This just in...Kentucky's latest update has KY Private QHP enrollment up to 49,662 from 48,611 on February 1st (a modest 2% increase) and Medicaid enrollment up to 181,705 from 155,172 (a 17% increase).
231,367 Kentuckians are enrolled in new health coverage through @kynectky. If #ACA is repealed, 231,367 Kentuckians are SOL. #kysen
Maryland's Private QHP enrollment is up to 31,112 (up from 29,059 on 2/01), and their Medicaid/CHIP enrollment has increased to 52,091 people plus another 95,889 transfees from the Primary Adult Care program; this is up from 44,592 Medicaid + 95,824 PAC transfers a week earlier.
Through February 8, 31,112 Marylanders have chosen to enroll in private health plans through Maryland Health Connection.
95,889 Marylanders signed up through the Primary Adult Care (PAC) program were automatically enrolled in Medicaid coverage on January 1, 2014, and now have full Medicaid coverage. As of February 11, 2014, an additional 52,091 individuals were newly enrolled in Medicaid effective January 1.
Now that the dust is settling on the January HHS Report and I've had a chance to fully tackle the "But how many have PAID???" issue, I decided this would be a good point to do some cleaning up of The Graph.
Secondly, now that I've switched both the Medicaid and Private QHP numbers over to a "range" format, I've decided to drop the Grand Total numbers from 2 decimal points to one (that is, the range is now 8.8 - 14.4 million instead of 8.78 - 14.46). All of the numbers involved are large enough now that it doesn't make sense to be so anal about it anymore (don't worry, the actual spreadsheets will remain as precise as I can make them).
Well how do you like that? Here I go and spend all morning crunching numbers, reviewing different state reports and so forth...and a few hours later the New York Times goes and makes my point for me:
WASHINGTON — One in five people who signed up for health insurance under the new health care law failed to pay their premiums on time and therefore did not receive coverage in January, insurance companies and industry experts say.
Paying the first month’s premium is the final step in completing an enrollment. Under federal rules, people must pay the initial premium to have coverage take effect. In view of the chaotic debut of the federal marketplace and many state exchanges, the White House urged insurers to give people more time, and many agreed to do so. But, insurers said, some people missed even the extended deadlines.
OK, now that the January numbers are out, let's take a look and see how the individual states are doing. The wonderful Kaiser Family Foundation has a much more sophisticated version of this, but my spreadsheet has two features theirs doesn't: Ugly color-coded cells...and more recent enrollment data for 13 states.
While including post-February 1st data fro some states but not for others does give a bit of an unfair advantage to those states, it's still worth taking a look at to see how the states are faring.
OK, the anti-ACA talking point of "How many enrollees have actually PAID???" has been one of the most commonly-made attacks on the exchanges since the first decent numbers started rolling in at the end of November. It seemed awfully silly back then, since at the time, the actual coveragestart date was still weeks away. Most people I know don't pay their utility or credit card bills until just before they're due, so it seems disingenuous to assume that a health insurance policy (which could be up to $1,000+ per month for some families) would be any different.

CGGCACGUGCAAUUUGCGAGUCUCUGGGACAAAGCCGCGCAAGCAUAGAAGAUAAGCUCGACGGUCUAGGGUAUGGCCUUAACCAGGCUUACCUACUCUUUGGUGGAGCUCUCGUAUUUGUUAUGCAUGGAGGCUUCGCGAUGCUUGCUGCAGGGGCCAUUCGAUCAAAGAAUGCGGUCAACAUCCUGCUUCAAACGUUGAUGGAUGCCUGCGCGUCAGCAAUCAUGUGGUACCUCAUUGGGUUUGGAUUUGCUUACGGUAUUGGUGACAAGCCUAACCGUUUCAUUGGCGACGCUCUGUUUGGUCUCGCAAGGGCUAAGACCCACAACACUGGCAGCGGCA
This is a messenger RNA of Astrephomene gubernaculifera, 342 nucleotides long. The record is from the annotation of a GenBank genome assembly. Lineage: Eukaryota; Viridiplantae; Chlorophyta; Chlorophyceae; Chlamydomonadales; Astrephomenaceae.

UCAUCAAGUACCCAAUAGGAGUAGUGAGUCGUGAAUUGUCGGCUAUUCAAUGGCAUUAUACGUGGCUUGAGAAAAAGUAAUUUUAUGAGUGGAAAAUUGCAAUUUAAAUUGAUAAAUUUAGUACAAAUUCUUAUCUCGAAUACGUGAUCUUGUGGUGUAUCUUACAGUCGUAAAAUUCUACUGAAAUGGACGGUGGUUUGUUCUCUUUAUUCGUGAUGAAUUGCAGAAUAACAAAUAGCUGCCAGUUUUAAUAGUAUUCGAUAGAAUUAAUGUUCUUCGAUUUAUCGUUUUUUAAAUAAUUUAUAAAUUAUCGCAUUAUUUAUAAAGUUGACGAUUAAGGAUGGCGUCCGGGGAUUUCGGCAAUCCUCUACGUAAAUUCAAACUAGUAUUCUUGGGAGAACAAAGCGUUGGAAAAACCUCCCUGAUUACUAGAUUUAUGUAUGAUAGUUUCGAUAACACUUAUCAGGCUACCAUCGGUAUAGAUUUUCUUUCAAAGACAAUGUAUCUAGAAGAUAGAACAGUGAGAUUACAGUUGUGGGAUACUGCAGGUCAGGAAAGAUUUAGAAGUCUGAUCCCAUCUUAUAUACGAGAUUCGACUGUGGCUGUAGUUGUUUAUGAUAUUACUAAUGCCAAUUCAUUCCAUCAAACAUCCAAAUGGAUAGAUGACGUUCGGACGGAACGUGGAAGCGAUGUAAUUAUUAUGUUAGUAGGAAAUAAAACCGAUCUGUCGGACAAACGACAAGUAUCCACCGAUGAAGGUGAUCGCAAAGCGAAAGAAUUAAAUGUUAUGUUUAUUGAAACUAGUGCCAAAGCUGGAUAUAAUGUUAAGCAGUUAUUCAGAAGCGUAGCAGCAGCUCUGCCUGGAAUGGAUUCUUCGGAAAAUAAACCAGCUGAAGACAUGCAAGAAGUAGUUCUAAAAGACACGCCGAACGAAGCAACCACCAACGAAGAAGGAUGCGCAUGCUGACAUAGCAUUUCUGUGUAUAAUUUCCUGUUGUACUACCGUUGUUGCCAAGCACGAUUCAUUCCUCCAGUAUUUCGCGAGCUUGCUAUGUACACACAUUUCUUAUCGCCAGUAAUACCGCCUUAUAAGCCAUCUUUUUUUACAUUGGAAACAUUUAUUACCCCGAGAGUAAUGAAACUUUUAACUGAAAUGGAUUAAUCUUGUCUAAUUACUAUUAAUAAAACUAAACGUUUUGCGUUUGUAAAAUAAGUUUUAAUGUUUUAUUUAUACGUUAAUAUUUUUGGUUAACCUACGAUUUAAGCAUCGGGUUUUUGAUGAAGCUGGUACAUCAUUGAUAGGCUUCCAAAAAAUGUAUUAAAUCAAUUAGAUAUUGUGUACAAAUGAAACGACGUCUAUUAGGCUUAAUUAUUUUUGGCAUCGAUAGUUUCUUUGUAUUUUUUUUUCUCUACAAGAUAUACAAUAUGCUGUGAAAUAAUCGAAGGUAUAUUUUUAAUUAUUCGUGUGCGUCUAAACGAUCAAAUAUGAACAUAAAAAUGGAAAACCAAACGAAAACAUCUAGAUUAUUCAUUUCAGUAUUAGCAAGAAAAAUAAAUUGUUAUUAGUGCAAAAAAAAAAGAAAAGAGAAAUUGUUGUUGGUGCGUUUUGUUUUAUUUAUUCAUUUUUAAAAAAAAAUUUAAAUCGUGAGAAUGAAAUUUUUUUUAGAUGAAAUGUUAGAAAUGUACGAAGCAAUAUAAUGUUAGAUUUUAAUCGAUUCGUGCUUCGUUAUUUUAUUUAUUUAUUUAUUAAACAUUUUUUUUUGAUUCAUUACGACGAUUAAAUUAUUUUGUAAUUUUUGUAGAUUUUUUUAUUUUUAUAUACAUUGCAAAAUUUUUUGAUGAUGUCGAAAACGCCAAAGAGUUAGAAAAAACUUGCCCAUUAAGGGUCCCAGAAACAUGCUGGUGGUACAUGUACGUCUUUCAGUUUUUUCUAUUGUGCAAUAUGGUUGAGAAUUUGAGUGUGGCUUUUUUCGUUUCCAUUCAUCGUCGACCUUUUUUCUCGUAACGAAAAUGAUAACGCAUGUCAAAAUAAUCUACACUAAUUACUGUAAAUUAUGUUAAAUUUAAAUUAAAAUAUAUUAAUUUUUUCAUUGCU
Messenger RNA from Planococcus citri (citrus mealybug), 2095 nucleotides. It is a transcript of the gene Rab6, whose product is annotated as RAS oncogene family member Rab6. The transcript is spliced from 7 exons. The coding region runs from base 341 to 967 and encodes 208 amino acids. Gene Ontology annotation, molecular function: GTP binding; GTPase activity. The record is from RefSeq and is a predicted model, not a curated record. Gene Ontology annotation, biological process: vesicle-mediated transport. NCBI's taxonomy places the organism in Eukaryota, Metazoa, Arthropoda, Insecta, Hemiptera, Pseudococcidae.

Here's what I said about the issue on January 2nd, right after the first wave of policies kicked into effect:
With all the focus on fixing the problems with the individual/group healthcare exchanges, there's been far less attention paid to the more-troubled SHOP (Small Business) exchanges. The administration had already announced that the HC.gov version (covering 34 states*) wouldn't be launched at all until this fall, and 2 of the state-run exchanges (Oregon and Maryland) recently announced that they'd be offline until well after the end of the March enrollment period as well.
Today, Covered California announced that while their SHOP exchange has been operational (with a small number of enrollments to date), they're shutting it down until this fall as well. This leaves 14.5 state-run SHOP exchanges in operation (and yes, that's 14.5, not 15...Washington State's SHOP is only running in 2 counties at the moment).
Still, the press release does give a slight bump in CA's SHOP enrollment before they stop taking new signups: 4,490 individuals covered, plus another 1,200 being processed, for a total of 5,690. That's where it'll stay through the end of the March enrollment period unless they reverse themselves between now and then.
OK, given how messy and confusing the Medicaid/CHIP situation is, I had to think through the best way to incorporate the January HHS Report into the mix. The problem is that not only are the monthly HHS reports only part of the equation (the January CMS report probably won't be released for another 10 days or so, based on prior months), but it's not a simple "add HHS now, then add CMS later". The two actually intermingle, and some of the caveats and overlapping data changes from month to month, which means that some of the data I include today will have to be modified or removed after the CMS report is released, and some of the data which I've removed will have to be added back in...or part of it will, anyway.
Having said all that, I think I have a pretty good grip on how to do this now: